Notes

First Drafts, Conversations, Stories in Progress

What's the Best Way to Discipline a Student?
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Below is our reader-led debate on the best ways to deal with students when they’re insubordinate and disruptive in the classroom. Email us to join the discussion, sparked by the story of the Spring Valley High student torn from her chair.

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A few readers get a good thread going:

The teacher who wrote to explain how her method of discipline “works” seems to think that having upwards of 25-30 people alter their routine, to accommodate the tender feelings of one noncooperative individual, constitutes effective policy. This is puzzling to me.

Make no mistake; that method is certainly preferable to the excessive violence that occurred in that video, but that isn’t saying much. I’m not interested in sending my children to a school where one non-cooperative individual has the power to control that many other individuals.

I don’t generally have much regard for zero-tolerance policies, but there is an exception I’ll make: A teacher should have absolute power to remove any student from the classroom, and any student who challenges that power should face automatic, immediate, and permanent expulsion. If a student refuses to leave and report to the administration office, when told to, it may well make sense to take the steps outlined by the teacher, with regard to removing the student’s peers, and summoning the assistance of other school personnel. But the first time that happens should be the last time that has a chance of happening, with that student.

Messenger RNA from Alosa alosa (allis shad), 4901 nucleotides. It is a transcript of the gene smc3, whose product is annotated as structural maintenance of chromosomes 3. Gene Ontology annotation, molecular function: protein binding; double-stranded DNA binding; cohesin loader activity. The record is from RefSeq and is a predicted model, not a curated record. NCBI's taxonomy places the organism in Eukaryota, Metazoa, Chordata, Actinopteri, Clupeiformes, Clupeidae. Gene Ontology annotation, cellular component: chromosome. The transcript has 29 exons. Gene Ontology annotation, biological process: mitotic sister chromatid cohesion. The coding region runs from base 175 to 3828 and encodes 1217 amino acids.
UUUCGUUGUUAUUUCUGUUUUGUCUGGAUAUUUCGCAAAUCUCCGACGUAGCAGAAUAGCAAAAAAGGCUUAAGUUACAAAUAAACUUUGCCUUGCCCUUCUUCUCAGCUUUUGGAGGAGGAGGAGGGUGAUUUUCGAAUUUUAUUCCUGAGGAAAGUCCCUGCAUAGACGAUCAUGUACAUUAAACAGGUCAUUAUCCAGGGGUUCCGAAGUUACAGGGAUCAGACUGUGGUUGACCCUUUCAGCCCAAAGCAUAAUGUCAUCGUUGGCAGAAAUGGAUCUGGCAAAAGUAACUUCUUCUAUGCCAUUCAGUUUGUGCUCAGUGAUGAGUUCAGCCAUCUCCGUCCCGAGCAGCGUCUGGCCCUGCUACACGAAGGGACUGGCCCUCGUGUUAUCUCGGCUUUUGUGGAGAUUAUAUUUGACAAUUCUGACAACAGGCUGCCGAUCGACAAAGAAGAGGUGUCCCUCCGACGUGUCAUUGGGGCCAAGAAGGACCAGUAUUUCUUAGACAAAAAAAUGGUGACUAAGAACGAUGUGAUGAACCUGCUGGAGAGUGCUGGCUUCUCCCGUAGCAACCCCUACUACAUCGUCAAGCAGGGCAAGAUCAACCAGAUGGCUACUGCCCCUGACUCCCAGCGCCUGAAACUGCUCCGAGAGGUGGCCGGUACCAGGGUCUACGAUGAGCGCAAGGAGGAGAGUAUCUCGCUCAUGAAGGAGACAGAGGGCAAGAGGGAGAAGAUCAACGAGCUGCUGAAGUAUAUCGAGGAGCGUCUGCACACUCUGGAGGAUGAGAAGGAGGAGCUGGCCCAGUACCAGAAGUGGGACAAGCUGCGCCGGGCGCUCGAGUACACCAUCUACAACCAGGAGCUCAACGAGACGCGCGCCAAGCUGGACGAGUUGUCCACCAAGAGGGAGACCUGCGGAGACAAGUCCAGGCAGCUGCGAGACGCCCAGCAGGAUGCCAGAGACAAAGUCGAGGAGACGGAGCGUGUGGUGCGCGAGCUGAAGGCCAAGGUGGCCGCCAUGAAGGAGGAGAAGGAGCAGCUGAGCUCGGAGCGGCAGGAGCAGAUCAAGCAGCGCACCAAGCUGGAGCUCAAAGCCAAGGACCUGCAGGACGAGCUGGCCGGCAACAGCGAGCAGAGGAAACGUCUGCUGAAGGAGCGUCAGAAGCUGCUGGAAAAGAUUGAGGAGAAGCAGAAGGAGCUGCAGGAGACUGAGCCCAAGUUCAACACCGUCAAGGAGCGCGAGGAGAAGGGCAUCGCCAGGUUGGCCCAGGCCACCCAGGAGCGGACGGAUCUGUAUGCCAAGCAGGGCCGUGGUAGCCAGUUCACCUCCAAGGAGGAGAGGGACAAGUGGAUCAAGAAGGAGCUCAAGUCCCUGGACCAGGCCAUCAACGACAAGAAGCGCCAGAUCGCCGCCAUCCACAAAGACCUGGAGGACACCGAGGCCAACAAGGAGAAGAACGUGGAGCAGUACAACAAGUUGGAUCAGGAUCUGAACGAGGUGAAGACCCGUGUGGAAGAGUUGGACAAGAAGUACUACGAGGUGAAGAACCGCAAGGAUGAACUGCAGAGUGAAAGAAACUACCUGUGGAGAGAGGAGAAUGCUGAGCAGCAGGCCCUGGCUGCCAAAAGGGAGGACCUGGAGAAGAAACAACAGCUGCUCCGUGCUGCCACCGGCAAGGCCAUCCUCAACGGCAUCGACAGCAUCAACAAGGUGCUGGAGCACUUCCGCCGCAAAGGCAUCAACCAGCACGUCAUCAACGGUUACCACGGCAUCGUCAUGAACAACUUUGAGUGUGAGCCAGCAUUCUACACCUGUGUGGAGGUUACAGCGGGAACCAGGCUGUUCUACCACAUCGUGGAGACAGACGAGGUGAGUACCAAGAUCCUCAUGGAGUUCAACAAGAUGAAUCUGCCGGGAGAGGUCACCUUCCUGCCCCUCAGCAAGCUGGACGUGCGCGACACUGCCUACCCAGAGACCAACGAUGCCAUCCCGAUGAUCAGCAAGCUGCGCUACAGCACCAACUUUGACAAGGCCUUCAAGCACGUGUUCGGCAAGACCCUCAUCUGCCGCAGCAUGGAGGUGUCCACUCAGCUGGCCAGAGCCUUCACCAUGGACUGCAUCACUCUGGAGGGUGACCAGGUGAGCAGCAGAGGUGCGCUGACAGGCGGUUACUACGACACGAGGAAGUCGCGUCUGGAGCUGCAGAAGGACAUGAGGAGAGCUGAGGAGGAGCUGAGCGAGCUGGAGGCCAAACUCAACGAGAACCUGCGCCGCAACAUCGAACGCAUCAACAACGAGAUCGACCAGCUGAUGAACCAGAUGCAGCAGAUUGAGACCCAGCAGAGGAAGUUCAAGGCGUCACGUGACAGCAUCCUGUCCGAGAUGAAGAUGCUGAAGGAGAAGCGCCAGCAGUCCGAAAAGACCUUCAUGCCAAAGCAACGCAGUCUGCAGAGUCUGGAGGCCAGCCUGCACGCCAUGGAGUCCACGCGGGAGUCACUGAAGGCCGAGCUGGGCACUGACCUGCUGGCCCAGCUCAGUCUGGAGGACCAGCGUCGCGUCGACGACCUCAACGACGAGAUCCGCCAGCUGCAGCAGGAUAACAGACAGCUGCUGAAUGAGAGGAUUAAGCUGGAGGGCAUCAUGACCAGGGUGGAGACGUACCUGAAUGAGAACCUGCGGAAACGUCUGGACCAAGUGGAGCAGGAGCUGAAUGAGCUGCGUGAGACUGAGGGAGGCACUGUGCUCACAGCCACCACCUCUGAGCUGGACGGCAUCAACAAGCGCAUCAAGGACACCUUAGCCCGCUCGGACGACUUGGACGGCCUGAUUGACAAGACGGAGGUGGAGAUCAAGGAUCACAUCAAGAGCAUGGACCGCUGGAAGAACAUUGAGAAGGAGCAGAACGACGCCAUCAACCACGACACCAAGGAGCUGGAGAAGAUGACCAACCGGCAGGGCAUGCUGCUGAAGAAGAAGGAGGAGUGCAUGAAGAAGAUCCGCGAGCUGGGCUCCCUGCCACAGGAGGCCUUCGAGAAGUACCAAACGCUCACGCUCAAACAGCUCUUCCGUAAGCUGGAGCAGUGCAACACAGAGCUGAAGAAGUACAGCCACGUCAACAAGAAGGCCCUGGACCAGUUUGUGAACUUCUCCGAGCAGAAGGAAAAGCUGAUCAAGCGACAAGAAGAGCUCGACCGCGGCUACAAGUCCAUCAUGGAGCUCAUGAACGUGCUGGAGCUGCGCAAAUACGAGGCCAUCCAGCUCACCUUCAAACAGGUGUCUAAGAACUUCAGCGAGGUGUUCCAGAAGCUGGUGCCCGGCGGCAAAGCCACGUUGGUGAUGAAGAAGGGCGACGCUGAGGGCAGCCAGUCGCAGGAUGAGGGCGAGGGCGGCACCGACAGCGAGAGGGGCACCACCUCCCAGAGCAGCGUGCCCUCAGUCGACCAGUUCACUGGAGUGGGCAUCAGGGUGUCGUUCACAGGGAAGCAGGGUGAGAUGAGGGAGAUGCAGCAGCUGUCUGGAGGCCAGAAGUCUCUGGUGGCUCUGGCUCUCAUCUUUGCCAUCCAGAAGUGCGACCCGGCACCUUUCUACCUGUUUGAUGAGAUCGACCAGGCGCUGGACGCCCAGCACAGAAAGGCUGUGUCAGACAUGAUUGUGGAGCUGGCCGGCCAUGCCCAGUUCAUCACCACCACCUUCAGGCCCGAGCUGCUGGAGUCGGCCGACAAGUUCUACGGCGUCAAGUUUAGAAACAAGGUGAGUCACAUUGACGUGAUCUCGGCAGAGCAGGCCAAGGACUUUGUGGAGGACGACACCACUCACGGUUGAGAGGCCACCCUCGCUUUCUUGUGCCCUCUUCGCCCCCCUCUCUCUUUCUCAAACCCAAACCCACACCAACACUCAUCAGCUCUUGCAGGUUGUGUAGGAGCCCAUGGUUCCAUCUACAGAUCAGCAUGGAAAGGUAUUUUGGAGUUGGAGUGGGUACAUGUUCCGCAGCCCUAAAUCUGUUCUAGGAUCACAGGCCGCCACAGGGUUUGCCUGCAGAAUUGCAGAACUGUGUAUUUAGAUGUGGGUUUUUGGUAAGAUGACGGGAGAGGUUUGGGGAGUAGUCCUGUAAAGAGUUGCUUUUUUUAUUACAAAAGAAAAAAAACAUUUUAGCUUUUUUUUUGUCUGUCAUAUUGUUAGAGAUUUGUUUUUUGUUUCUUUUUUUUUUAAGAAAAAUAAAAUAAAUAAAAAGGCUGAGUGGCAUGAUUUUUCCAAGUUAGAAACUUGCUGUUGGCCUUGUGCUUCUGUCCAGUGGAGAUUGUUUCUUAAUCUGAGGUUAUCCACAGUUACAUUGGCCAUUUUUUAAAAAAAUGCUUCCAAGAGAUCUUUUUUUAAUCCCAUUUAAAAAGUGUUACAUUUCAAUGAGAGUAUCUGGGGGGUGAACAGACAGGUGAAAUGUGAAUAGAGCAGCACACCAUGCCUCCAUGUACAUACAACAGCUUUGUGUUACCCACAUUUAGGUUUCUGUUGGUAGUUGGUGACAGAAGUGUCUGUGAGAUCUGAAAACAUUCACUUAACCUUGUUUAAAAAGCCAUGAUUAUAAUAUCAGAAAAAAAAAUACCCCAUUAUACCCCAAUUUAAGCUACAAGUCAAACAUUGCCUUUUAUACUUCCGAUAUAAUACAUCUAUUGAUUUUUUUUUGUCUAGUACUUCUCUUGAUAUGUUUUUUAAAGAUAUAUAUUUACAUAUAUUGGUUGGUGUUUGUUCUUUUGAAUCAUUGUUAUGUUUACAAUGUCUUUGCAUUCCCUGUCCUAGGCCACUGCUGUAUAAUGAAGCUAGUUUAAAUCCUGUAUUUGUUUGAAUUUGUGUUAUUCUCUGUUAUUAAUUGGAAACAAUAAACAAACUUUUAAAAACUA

Is this harsh? Absolutely. What is more harsh, however, is to allow one person’s pride to rule a couple dozen other people.

Here’s a very different recommendation from a reader in New York with lots of experience in the classroom:

I’ve taught for 15 years so far and have encountered many instances of disruptive student behavior, including much more severe than what happened in the South Carolina instance. I agree wholeheartedly with the recommendation made to clear the room of the audience so that the child can de-escalate. This is what I have done when a child is in crisis, actively disrupting (i.e. screaming, cursing, forcibly moving furniture) and refusing to leave the room.

Since the child in question got quiet and passively refused to move, my inclination would have been to leave her there.

A teacher from the inbox, Mary Cornwell-Wright, responds to the story of the female student who was flipped out of her chair by a high-school resource officer (subsequently fired):

Adolescent rebellion is a tale as old as time. The adults involved unnecessarily escalated the situation into a defiant standoff between a student and authority figures. The student didn’t want to back down because there was an audience of her peers.

Solution: Remove the peers.